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What could your current employer do for you that would have prevented you from looking for a job?

1 of 15 Stress Interview Questions and Answers Written by Rachelle Enns

Updated on January 17th, 2019 | Rachelle is a job search expert, career coach, and headhunter
who helps everyone from students to fortune executives find success in their career.
How to Answer

The interviewer would like to know what you would like to change about your current position. There is a multitude of reasons why an employee would want to leave their current job, and the interviewer wants to know that they will not be the next place of employment that you quit. Can they meet your expectations? Talk to the interviewer about your reasons for moving on and what could have prevented you from starting your employment search. Be sure to avoid speaking negatively about your current employer.

Professional Answer Examples
Answer example

"What prompted my search was a reduction in hours and a pending lay off in the fall due to lack of business. I am satisfied with the majority of aspects when it comes to my current position, but it just isn't providing for me financially."

Answer example

"My current employer is relocating to another state, and I am not interested in making a move. I could do my job remote; however, my boss is not offering that option at this time."

Answer example

"I would not say that I am looking solely because of something that my current employer is doing wrong. I have outgrown my role, and there is no opportunity for advancement in sight. I am passively seeking at this time and do want to make a move to a much larger organization, like yours, where opportunities for growth are more readily available."

Answer example

"I am seeking an opportunity with a company that has a specific Content Marketing department, which my current, smaller agency does not have. My core skills are in content and copywriting so I would like to focus my career on those particular areas."

Answer example

"The hours in my current position are no longer working for me. Split shifts were recently introduced now, to save on hiring, and my schedule is all over the place. I do wish that my current employer would have more interest in the work/life balance of its associates."

Answer example

"I travel about 65% of the time in my current role. Also, this travel is primarily overnight travel. My territory is vast. I have asked to split the state of Texas with another territory sales rep, but my request became denied because it meant hiring another person. I am seeking a role with approximately 30% overnight travel."

Answer example

"Between inflated class sizes and incredibly huge budget cuts, I am not sure what more they could do. It isn't the fault of the Principal or faculty. I truly appreciate all they do for me which is why I want to leave on excellent terms when the time comes."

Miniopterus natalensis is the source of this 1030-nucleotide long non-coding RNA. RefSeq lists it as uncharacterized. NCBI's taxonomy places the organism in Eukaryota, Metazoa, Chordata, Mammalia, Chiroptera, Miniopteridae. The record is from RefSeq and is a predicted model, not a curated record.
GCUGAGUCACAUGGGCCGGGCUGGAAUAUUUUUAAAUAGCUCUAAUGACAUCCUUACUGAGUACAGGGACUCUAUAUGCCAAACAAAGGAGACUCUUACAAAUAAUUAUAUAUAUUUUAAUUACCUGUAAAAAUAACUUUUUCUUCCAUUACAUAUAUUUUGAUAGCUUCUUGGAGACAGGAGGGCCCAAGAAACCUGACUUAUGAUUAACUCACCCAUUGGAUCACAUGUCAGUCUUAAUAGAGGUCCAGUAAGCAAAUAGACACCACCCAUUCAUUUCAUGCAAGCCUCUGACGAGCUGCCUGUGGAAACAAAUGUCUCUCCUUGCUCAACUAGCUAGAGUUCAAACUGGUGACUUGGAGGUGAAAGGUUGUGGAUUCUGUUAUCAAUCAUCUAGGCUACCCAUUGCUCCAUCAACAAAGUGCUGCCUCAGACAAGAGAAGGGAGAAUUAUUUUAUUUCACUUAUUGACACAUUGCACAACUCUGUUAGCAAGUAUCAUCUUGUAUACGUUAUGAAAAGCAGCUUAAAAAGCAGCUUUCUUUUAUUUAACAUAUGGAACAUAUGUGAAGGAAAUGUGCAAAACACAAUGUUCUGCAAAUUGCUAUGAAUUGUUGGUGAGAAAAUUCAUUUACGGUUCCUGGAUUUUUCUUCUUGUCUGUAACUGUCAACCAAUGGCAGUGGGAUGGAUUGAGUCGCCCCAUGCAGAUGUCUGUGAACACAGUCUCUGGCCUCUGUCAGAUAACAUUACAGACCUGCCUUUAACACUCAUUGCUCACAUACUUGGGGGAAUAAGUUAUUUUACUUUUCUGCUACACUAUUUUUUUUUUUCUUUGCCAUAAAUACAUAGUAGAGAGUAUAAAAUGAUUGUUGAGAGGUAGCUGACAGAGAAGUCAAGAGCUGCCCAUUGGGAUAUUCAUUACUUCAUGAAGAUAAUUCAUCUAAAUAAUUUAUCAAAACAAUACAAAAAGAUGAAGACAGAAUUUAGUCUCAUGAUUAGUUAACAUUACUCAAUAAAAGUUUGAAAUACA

Temporary Staffing Recruiter
Answer example

"What prompted my search was a reduction in hours and a pending lay off in the fall due to lack of business. See, my current agency works only on trucking and transportation roles, so when the driver strike began, our job orders declined as well. I am satisfied with the majority of aspects when it comes to my current position, but it just isn't providing for me financially."

Written by:

Ryan Brown
Ryan Brown, is the creator of MockQuestions. He has over ten years experience creating interview questions. His website has helped over 10 million job seekers in their interview preparation.
Rachelle Enns
Rachelle Enns is a job search expert, executive headhunter, career catalyst, and interview coach. Utilized by top talent from Fortune companies like Microsoft, General Electric, and Nestle, she helps professionals position themselves in today's competitive digital marketplace. Rachelle founded Renovate My Resume and Executive Resume Solutions, two companies focused on helping job seekers get their edge back. She helps everyone from new graduates looking for their first placement, to CEO's who want more out of their career. Rachelle coaches students to executives on how to master the toughest interview questions and how to handle the most bizarre interview situations; all with confidence and poise. Rachelle trains other career coaches, recruiters, and resume writers, globally. A big part of her job is also spent coaching HR professionals on how to bring the human touch back into their interview and hiring process.
First written on: 01/10/2017
Last modified on: 01/17/2019

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